I'd recommend attending a builder's retreat first, so you can see lots of options for how things are accomplished.  "Steal the best, dump the rest" is my Motto.  I sat next to Eliot Shook and we marveled at the tricks of building known by the KiteSquid (Harold Ames).  Eventually Eliot went on to greatness as a source of masterpiece quad-lined kites, but Harold had a profound impact upon him intitially.  

Practice until everything looks like it is perfect.  Spend more time on the design aspects,.... construction and the actual part of it called sewing is only 10% of the total effort.

Pushing the envelope? relates to changes which may or may not prove beneficial,.. but you need enough time on the lines to feel these comparisons.  what is the objective you are trying to accomplish?  did it help or hurt?  Change only one thing at a time so you can control the scientific variables.  Did that change add "oversteer" or lessen it, just as an example?

Start with a beat-up used kite so you can see what you need to address and copy what works.  It will be abused is some areas and pretty pristine in others.  See if there's something you could do to address these concerns. I am certain I could send you a sail (that was returned to me after seeking repairs).  A note was affixed, it said "you should not be allowed to play with nice toys".  four kites were resurrected, the other one could be yours, but it is not flyable, just for measurements as a starting point.

Enjoy the journey of making it yourselves and insure you both learn how to fly together too.  That way you have a design partner for a cooperative project.  Those are almost more fun that the smile on your face during that first maiden flight!

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@DTill Welcome to Kitelife. You've picked a great place to pick the minds of kiters worldwide.

8 hours ago, DTill said:

Riff, interested  in some of the mesh  tails kites you built. I'm looking into a vented quad, wondering if i should try sewing one up. I've got a few tails from the microns. We have a sunroom  almost dedicated to sewing  already, girlfriend is really into it and i bought her a nice Brother xr1300 a few years back. It has the three loop stich programmed. She wants me to build  a layout table in the corner. I've  scratch built 3d rc planes from sheets of epp foam and printed plans. Seems doable?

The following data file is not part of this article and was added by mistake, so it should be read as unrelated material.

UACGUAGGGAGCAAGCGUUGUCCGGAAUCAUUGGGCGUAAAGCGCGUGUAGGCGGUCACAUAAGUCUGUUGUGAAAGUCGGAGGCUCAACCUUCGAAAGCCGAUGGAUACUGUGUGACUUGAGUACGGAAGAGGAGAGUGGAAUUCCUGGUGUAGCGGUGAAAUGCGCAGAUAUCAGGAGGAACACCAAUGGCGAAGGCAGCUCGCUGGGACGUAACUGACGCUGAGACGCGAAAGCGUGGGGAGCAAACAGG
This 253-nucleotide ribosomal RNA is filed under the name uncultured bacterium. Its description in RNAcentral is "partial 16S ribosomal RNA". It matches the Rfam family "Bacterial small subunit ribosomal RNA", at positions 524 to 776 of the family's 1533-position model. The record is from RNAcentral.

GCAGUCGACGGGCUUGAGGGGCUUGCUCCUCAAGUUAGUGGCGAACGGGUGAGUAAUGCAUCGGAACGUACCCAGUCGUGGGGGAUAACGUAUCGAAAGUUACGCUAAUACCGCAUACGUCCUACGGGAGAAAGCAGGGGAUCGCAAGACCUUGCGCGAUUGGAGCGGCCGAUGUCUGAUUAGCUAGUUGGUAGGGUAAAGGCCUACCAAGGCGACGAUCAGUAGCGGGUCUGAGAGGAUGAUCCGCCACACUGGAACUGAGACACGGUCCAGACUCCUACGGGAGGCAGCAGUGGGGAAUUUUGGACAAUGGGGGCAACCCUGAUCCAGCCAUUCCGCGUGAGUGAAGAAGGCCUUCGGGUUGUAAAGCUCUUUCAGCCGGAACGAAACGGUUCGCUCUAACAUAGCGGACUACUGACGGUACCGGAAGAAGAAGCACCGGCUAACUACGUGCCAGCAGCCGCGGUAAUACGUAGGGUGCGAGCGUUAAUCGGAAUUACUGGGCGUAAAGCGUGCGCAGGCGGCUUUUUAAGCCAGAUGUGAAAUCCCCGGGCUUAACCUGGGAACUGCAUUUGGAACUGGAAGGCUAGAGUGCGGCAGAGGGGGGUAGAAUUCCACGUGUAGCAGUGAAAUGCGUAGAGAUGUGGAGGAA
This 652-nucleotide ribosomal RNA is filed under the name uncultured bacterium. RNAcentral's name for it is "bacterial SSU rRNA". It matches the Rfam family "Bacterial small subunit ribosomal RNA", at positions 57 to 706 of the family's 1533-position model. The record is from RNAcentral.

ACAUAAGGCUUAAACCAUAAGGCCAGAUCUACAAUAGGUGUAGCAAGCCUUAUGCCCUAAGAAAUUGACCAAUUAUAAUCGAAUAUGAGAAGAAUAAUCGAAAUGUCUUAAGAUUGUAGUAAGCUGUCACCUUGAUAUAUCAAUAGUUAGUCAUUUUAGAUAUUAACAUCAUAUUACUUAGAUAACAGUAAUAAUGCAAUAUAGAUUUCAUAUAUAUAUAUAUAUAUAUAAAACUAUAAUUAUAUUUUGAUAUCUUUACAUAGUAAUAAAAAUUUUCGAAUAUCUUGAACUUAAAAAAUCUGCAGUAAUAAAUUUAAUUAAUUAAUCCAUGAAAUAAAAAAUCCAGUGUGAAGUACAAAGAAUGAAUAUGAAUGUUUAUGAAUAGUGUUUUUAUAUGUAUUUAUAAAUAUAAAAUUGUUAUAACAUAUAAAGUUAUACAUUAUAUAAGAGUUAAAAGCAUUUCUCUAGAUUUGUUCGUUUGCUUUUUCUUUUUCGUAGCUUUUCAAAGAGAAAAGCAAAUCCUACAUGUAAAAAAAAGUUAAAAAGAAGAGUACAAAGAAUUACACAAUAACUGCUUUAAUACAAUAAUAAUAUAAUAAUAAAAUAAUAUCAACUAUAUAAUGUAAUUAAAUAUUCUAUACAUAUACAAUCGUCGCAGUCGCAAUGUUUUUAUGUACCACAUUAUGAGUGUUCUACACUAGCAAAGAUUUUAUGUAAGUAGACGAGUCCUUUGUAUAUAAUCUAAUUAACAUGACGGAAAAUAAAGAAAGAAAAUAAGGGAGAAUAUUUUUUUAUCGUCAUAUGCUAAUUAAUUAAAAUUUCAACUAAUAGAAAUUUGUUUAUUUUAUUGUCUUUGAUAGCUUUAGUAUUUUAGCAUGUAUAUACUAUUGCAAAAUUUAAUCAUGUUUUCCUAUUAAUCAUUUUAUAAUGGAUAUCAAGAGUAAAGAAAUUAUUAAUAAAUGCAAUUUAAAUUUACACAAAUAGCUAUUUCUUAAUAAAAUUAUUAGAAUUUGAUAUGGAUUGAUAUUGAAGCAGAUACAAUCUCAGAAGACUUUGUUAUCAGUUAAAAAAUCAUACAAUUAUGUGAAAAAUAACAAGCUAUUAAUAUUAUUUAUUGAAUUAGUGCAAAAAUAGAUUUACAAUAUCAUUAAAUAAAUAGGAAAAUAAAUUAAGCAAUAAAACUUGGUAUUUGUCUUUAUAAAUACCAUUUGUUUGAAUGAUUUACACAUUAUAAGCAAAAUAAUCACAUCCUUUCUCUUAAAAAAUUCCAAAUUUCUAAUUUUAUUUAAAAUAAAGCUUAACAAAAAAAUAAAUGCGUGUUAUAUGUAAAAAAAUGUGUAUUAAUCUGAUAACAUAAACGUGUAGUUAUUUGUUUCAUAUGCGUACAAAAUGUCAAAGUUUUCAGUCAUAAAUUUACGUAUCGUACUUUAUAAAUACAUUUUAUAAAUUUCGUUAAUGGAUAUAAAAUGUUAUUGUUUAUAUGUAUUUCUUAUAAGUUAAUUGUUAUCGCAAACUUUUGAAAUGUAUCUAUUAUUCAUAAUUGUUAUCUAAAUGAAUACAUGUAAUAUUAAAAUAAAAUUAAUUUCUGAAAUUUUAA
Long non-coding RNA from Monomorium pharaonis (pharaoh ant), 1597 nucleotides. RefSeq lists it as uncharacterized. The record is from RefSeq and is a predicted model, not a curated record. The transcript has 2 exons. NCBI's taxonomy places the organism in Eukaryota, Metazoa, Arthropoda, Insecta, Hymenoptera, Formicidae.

My mesh kites were all learning experiments into what's possible. Using tails was a way to avoid all the extra hemming and sewing. All that being said, I'd be remiss in my respect of Eliot Shook if I didn't refer you to him first.. He's a true craftsman and this whole mesh thing came from the minds of Cath and Eliot Shook. He sat down with me and showed me how to make a leading edge the right way. I learned the majority of what i know about kite making from him. The rest I learned from trial and error. I very much appreciate you've been inspired. the best way to learn is to also be willing to make mistakes. The Skywriter (G-Kites) tails are my tails of choice for making tails kits but as Paul pointed out above, they are Nylon and will absorb water and will stretch. The criss-crosses are only sewn in one direction (you choose which). That allows them to not only shape the air better, it also allows anything that works its way in to also work its way out.. I flew a couple of nylon/sand raviolis a bit until I figured that one out.

As for construction, look back at my posts and you can see the way I made all of them. I've held nothing back.

Pick your colors, weave as you see fit, and go for it. The tighter the spacing the more sail area you have but the heavier your kite will be. For a first project, I'd keep two things in mind:

1. Symmetry is everything. Size and spacing are critical to have a balanced kite. Play with the dimensions if you like but remember to keep it balanced.
2. If you make a rectangle and cut it diagonally, one side will be the front and the other side will show the back so plan your weaves ( and material orientation) accordingly.

If you have an extra full sail, you can also consider venting it to your own specifications..

As you build you go from Will it fly? at first to: Did that change make the difference I expected?

Be willing to explore. You CAN do anything. The hardest cut is the first one. First few until you get the hang of it need to be well oversized and you can trim down to match. Welcome to the OTHER kite addiction..

One last pointer about using the tails as a construction material.. They are not necessarily consistent in width along the entire length of the tail. The Transition tails aren't even necessarily perfectly straight. Plan accordingly to mitigate those inconsistencies.